Definition: The Ordinal Approach to Consumer Equilibrium asserts that the consumer is said to have attained equilibrium when he maximizes his total utility (satisfaction) for the given level of his income and the existing prices of goods and services. The ordinal approach defines two conditions of consumer equilibrium: Necessary or First Order Condition and Supplementary or Second Order Condition.
To understand how the consumer reaches his equilibrium using the ordinal approach we need to understand the following terms:
- Indifference curve: The indifference curve shows the different combinations of two substitutes (goods) that yield the same level of satisfaction (utility) to the consumer. This means that the consumer is indifferent towards the consumption of two goods which are closely related to each other.
- Indifference Map: The indifference map contains different indifference curves showing the combinations of different quantities of two substitute goods on the basis of the consumer preferences. The consumer can make different combinations of goods by consuming less of one commodity or the other in such a way that all the combinations yield the same level of satisfaction.
- Marginal Rate of Substitution (MRS): The marginal rate of substitution defines the rate at which one commodity is substituted for another in such a way that the total utility (satisfaction) remains the same.
- Budget Line: As per the properties of the indifference curve, higher the indifference curve on the indifference map, the higher is the utility derived from the consumption. Thus, the consumer tries to reach to the highest possible indifference curve with two strong constraints: limited income and market price of goods and services.Since the amount of income in hand decides how high consumer can reach on his indifference map acts as a budgetary constraint. Therefore, the budget line represents the different quantity combinations of available commodities that a consumer can purchase given his level of income and the market price of goods and services.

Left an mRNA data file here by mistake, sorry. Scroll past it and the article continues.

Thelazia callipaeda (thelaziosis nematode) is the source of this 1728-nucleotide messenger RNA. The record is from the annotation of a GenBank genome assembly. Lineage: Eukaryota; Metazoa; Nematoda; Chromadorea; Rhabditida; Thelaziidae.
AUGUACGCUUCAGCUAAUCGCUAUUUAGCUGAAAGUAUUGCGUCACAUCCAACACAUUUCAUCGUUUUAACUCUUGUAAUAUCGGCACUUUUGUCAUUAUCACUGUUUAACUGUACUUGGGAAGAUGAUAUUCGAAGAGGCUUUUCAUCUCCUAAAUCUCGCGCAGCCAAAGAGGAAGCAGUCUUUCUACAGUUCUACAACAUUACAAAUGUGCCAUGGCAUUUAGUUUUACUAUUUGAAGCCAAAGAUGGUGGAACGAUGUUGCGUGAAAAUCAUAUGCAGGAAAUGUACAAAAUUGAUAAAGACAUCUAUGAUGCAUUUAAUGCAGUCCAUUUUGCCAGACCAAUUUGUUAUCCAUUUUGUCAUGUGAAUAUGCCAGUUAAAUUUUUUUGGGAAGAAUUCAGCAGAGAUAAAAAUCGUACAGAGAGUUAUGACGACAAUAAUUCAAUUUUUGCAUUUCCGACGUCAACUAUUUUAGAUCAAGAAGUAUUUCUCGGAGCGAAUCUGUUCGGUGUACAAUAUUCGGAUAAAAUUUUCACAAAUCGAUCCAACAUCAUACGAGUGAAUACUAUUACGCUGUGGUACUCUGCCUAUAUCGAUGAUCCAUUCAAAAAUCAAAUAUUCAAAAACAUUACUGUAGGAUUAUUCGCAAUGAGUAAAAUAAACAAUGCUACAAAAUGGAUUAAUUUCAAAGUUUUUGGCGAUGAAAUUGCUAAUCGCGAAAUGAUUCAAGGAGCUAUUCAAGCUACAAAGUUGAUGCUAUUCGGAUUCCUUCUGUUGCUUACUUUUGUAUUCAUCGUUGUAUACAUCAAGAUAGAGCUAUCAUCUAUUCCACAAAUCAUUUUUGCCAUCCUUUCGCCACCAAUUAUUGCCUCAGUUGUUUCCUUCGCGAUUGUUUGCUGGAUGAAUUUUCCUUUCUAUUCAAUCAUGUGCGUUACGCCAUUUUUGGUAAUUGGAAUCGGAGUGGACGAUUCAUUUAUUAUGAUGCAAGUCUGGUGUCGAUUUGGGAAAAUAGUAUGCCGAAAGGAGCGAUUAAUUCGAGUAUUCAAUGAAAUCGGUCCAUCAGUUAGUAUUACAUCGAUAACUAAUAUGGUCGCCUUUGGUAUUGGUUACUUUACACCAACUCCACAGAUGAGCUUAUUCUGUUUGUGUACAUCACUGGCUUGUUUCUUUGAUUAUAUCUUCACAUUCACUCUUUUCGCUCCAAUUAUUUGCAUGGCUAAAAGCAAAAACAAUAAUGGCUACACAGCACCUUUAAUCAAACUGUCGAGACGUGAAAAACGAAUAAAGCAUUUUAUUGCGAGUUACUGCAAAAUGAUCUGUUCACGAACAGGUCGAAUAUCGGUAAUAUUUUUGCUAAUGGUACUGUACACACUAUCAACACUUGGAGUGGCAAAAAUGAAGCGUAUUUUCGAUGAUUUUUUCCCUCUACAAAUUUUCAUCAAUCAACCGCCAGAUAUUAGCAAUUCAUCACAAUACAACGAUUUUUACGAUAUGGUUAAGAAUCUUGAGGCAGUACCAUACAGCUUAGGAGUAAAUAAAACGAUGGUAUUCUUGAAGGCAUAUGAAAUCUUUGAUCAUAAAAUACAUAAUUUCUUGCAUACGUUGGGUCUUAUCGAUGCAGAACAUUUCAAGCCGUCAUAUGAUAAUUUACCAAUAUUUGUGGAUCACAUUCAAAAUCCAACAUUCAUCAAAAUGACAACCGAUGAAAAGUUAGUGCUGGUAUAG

Now, let’s understand how consumer reaches his equilibrium using the ordinal utility approach:
Necessary Condition or First Order Condition: Under the first order condition, the consumer reaches his equilibrium in the same manner as he does under the cardinal approach of the two-commodity model. It is expressed as:
Supplementary or Second Order Condition: The first order condition is necessary but not sufficient. Thus, the second order or supplementary condition requires that the necessary condition must be accomplished at the highest possible indifference curve on the indifference map.
In the figure above, there are three indifference curves, Viz. IC1, IC2, and IC3 presenting a hypothetical indifference map of the consumer. AB is the hypothetical budget line. At point ‘E’, the indifference curve IC2 and Budget line AB intersect and hence, therefore, the slope of IC2 = AB. At this point, both the necessary condition and the supplementary condition get fulfilled, and hence, the consumer attains equilibrium at point ‘E’.
We know that between any two points on the indifference curve:
ΔY. MUy = ΔX. MUx
Thus, the slope of the indifference curve can be written as:
In the figure above, at point ‘E’, MRS x, y = Px /Py and hence the consumer is said to have attained equilibrium at this point. The IC2 is tangent with the budget line AB, which shows that the consumer has reached to the highest possible indifference curve for a given level of his income and the market price of goods and services. Thus, at point ‘E’ consumer consumes quantity OQx of X and OQy of Y, which yields him the maximum utility or satisfaction.